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Australians hold heads high despite loss to South Korea

Team Australia support Scott "Custa" Kennedy laughs with teammates during the Overwatch World Cup on Friday at BlizzCon in Anaheim, California. Custa, who plays for the Los Angeles Valiant in the Overwatch League, was the lone OWL player on Australia. Robert Paul for Blizzard Entertainment

ANAHEIM, Calif. -- The members of the Australian Overwatch World Cup team first met each other in Bangkok. The team had been scrimmaging over the internet, led by Los Angeles Valiant support Scott "Custa" Kennedy -- the lone Australian in the Overwatch League -- and its general manager, Andrew "Rqt" Haws. It was a ragtag team formed by pulling together the best Australians from Contenders, Overwatch's developmental league.

The introductions were awkward at first. They had all been talking and scrimmaging together for months at that point, but it was the first time they had met in person. It was days before they would be competing onstage at the Bangkok Qualifier in hopes of advancing to the finals at BlizzCon in Anaheim.

They were all given their room assignments. Ashley "Trill" Powell of the Sydney Drop Bears was rooming with his contenders teammate Felix "Ckm" Murray. Little did Trill know, Ckm had a tendency to sleepwalk.

At Bangkok, Australia narrowly beat Denmark to place second and qualify for the finals. But things would just get tougher from there, as the upstart squad drew two-time world champion South Korea as its quarterfinal matchup.

"For us it was easy to manage expectations; we really didn't have pressure because of that," Rqt said Friday following his team's 3-0 loss to a team that's been undefeated at the Overwatch World Cup for the past three years leading into Saturday's semifinal. "We knew we were going up against clear favorites for this tournament."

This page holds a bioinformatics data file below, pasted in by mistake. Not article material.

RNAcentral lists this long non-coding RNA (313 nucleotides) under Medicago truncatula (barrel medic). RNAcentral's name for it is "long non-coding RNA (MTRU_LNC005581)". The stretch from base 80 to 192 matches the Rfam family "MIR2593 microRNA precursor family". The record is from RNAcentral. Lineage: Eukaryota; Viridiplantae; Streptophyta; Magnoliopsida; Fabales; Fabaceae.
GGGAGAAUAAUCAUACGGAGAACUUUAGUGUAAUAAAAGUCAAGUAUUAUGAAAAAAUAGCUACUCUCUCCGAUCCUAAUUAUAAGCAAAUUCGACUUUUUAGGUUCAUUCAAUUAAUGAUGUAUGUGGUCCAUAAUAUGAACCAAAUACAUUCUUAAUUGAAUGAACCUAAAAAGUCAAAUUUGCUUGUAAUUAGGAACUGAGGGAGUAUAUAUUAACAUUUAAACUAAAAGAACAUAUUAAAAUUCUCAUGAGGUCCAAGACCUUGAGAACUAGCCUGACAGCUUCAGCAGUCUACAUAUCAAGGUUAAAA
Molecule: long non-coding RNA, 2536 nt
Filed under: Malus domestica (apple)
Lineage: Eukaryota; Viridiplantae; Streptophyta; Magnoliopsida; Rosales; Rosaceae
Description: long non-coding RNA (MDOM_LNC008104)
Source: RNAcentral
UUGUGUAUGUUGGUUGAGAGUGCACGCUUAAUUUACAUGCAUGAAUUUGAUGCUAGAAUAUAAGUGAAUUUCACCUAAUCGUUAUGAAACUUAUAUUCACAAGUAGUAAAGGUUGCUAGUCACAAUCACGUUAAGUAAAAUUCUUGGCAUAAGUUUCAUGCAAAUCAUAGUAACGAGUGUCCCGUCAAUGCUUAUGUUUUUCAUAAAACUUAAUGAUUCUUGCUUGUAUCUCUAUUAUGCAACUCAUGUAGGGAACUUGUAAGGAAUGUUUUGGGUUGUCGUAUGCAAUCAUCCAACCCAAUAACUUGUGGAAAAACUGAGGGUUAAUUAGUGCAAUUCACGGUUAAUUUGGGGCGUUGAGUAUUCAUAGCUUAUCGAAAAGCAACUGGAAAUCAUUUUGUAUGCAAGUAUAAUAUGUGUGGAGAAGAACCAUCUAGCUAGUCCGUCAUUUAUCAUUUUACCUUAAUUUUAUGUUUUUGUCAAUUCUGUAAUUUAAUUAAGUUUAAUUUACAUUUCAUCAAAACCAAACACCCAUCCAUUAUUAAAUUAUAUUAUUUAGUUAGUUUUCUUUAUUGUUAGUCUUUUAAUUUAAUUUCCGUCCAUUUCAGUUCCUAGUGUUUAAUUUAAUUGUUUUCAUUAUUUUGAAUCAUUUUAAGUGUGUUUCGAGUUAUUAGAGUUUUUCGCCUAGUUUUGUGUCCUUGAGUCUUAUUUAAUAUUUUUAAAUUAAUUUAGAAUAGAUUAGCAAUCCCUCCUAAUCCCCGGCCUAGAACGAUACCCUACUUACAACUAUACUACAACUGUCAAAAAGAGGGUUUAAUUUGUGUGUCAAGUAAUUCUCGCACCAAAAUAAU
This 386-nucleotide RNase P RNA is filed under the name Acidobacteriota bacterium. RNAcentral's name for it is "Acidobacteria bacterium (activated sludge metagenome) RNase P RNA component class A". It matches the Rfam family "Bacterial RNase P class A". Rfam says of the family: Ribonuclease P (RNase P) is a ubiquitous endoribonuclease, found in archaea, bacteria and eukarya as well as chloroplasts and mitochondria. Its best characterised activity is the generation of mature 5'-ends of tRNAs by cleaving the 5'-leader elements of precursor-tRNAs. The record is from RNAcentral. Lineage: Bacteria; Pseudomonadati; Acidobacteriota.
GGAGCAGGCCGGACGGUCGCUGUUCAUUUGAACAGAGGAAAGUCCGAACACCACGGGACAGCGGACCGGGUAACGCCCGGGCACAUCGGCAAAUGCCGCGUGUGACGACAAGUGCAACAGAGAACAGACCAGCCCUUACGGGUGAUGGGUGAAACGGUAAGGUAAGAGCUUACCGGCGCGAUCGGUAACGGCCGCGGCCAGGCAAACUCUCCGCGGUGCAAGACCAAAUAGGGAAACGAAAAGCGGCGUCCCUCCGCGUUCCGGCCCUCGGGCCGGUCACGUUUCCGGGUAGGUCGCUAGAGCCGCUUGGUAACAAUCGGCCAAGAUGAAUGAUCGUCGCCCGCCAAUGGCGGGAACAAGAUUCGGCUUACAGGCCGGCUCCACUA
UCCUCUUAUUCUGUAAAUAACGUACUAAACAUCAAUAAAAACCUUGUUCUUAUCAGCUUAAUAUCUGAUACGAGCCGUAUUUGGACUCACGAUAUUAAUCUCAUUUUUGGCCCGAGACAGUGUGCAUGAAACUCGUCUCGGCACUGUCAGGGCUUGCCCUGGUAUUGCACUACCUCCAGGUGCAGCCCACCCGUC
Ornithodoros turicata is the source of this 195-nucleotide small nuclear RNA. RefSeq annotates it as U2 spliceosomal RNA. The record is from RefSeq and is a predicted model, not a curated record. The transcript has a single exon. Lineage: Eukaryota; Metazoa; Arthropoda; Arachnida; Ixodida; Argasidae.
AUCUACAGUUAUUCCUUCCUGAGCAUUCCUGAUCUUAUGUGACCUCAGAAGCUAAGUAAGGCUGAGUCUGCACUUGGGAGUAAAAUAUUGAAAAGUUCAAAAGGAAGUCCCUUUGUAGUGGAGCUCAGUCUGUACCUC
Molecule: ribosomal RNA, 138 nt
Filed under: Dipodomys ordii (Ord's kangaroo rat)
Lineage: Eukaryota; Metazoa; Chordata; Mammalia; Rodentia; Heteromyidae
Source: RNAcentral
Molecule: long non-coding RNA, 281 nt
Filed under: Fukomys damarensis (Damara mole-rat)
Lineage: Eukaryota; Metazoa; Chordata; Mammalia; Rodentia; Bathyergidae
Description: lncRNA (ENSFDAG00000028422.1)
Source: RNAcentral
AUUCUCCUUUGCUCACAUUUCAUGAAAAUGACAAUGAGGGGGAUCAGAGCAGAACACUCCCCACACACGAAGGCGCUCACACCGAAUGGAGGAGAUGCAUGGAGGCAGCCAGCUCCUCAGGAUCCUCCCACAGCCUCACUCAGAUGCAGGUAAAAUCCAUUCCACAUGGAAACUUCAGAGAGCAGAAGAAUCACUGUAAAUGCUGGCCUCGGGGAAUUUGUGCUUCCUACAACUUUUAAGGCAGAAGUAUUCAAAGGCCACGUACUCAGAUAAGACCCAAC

Much like the Olympics in basketball, when foreign teams have to play against an NBA-packed U.S. roster, the obstacle in front can seem so insurmountable that the best thing to do is to gain a positive outlook from the upcoming thrashing. That's the approach Australia took, at least.

"The dream was to beat them. The goal was to get a map. The expectations were to be competitive," Custa said. "And that's pretty much what happened."

No, this isn't a story of David beating Goliath. This is a story of seeing David coming to terms with his diminutive stature in the midst of battle and trying desperately not to get squashed.

Talking to Australian fans before the match, there was a feeling of optimism. That given Australia's geographic isolation, it affords the team a unique advantage to upset the South Koreans because it has developed its own local meta. And while during the postgame news conference with South Korea, the team did note that Australia had a unique playstyle, it took only a brief re-evaluation to figure out the Aussies' strategy.

But really, it was the dominance of Philadelphia Fusion DPS and South Korean superstar Lee "Carpe" Jae-hyeok, arguably the best McCree player in the world, that left the entire Australian team in shambles.

Despite the loss, Australia walked away with some key lessons and valuable stage practice.

"You put them against teams that played in the last year's BlizzCon, I think this would have been incredibly competitive," Rqt said. But the gap between Overwatch's haves and have-nots has grown significantly as "they've had time and experience in the Overwatch League."

There was another realization, however. That whether it be South Korean or Australian players, both are the same in terms of a drive and passion to compete; it's just that one has had the luxury of a lot more professional experience.

That will remain difficult for the Australians moving forward. Because of the geography, internet lag is a lot higher in Australia when trying to compete against teams on Japanese or South Korean servers through VPNs. And the population of Australia and New Zealand is a lot smaller, giving a smaller competitive pool to practice against. Ultimately, if players like Trill and CKM want to break into the Overwatch League, it's likely they'll need to move to the United States and join an American Contenders team before making that next professional leap.

But this experience has given the young Aussies, or at least Trill, something they had never experienced before: absolute existential dread. It happened back in Bangkok when Trill saw a motionless figure standing at the foot of his bed late in the night. It was just "Ckm" caught in a bout of sleepwalking.

It made for a good laugh the following morning, and it's these moments that build team camaraderie -- win or lose.